Are you an English teacher in Japan? Fancy becoming part of the Natural History Museum in London?
Tokyo-based artist and photographer Gary Mcleod is photographing English teachers in Japan as part of a project for the museum. When I met him last week he told me he was aiming for over 100 people, so there may be space yet.
You can contact him through his website, which has an impressive slide-show of English teacher photographs.
When I first saw the photos I’d assumed he had created the patchwork effect in Photoshop using a single image. In fact, he used a “hybrid” camera of Nikon D70 and a 19th century lens, spent 20 minutes shooting the required number of frames for each portrait, then digitally stitched them together later.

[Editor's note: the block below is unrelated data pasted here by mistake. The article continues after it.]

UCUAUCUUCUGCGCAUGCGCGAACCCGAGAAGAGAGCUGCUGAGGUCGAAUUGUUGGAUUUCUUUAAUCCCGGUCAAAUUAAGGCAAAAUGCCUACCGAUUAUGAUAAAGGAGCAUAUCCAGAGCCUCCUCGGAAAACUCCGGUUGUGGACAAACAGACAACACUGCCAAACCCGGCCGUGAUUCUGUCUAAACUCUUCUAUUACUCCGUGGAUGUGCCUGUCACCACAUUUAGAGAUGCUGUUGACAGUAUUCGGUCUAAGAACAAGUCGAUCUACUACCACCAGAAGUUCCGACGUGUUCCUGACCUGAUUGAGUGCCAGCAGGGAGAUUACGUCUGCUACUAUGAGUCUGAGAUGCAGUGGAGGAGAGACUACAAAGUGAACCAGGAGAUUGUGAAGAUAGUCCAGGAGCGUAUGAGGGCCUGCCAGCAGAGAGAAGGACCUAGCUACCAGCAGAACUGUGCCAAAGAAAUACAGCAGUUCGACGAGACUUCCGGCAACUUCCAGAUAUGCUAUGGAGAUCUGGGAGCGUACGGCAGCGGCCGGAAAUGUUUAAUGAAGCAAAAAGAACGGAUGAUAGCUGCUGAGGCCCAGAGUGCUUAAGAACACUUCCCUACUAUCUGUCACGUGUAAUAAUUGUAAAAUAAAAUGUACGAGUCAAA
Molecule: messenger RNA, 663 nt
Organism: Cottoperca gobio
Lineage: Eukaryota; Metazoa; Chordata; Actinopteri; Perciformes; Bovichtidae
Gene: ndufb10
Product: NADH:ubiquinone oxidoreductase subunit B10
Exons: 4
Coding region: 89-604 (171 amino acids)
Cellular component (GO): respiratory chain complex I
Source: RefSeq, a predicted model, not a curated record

The camera is quite a piece of work. Gary told me he just walked into a second hand camera shop and asked “how do I fit these together?” The staff rustled about in a back room for a while then pulled out the necessary bits and bobs. Only in Japan!
I heard the title of his project, “Privilege” has ruffled some feathers. It seems that not all English teachers agree that its a “privilege” to come and work in Japan. As an ex-English teacher myself though, I have to say it was a privilege to come to Japan, get a good salary despite having little experience or qualifications, and then spend all day talking and learning about Japan. You might disagree.
Other contentious aspect to Gary’s work is his theory that digital photography is “inherently Japanese”, i.e. that only Japan’s unique culture could have appropriated and fully developed the digital camera. (It’s all explained here . . . kind of).
Anyway, if you survived the Nova-Supernova and are still in Japan, here’s your chance for immortality.